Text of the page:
Bologna fought back twice to secure a thrilling 3-2 victory in Pescara, a relegation battle with three penalties.
This was a pure relegation dogfight between two sides in desperate situations and only two points separated them going into this game. The Delfini had to put last week’s 6-0 defeat to Sampdoria behind them, though Manuele Blasi and Juan Fernando Quintero were still unavailable. Bologna missed Cesare Natali and Manolo Gabbiadini for this trip.
It was raining heavily at the Stadio Adriatico, making play somewhat difficult. After just six minutes a poor Fredrik Sorensen clearance fell to Vladimir Weiss, though his finish was wide of the target from the edge of the box.
Bologna responded with Saphir Taider’s blockbuster from over 30 yards, palmed round the post by Mattia Perin.
Perin also had to push a long-range Alessandro Diamanti effort out from under the bar and Uros Cosic did well to intercept a Diamanti cross that Alberto Gilardino was ready to tap in.
Weiss was brought down in a debatable penalty by Antonsson, as he seemed to be tripping over his own feet before the contact, but got back up to convert the spot-kick.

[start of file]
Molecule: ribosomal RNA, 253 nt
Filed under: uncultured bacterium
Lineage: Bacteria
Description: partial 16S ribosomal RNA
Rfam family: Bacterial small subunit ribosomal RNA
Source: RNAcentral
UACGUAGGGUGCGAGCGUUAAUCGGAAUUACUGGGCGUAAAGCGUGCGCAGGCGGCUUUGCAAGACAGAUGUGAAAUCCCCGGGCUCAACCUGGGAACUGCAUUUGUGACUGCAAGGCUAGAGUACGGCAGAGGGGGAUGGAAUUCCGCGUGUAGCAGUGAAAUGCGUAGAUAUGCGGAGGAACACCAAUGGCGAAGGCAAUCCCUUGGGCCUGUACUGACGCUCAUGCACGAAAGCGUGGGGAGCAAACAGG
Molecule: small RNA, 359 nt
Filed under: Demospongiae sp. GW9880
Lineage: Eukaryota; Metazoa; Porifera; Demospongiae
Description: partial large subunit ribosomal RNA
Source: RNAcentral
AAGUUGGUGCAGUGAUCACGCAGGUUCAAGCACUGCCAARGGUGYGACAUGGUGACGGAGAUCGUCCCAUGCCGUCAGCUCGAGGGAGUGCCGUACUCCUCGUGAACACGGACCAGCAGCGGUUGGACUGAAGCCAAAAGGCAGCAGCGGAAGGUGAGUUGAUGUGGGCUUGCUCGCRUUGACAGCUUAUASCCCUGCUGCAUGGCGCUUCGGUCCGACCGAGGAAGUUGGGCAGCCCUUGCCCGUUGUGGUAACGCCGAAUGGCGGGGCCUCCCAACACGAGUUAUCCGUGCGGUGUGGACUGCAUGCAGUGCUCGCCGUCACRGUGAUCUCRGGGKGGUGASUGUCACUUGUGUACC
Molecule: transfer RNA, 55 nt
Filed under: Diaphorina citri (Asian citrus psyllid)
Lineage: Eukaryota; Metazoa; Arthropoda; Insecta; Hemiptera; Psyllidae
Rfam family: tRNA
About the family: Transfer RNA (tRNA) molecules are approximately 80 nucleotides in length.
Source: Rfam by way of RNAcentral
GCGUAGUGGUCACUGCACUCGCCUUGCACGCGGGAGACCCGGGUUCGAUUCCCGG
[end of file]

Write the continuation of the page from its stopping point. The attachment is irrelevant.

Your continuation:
The referee awarded another penalty, as Damiano Zenon was caught napping and tried to fix his error with a blatant kick on Niccolo’ Cherubin. Diamanti buried the powerful spot-kick to draw level.
Pescara wanted another penalty before the break for Taider treading on Weiss’ heel. The referee at first opted against it, but changed his mind on advice from his goal-line assistant. With Weiss injured, January signing Gaetano D’Agostino stepped up and converted in off the underside of the crossbar.
Bologna got back on level terms again straight after the restart, as Diamanti curled a free kick into the middle for a Gilardino glancing header.
Gila thought he had turned the game around completely on 54 minutes, but it was disallowed for an extremely tight offside position on his splendid volley.
Bologna did get their goal, as Panagiotis Kone got to the back post completely unmarked for a sliding volley on the Archimede Morleo cross from the left.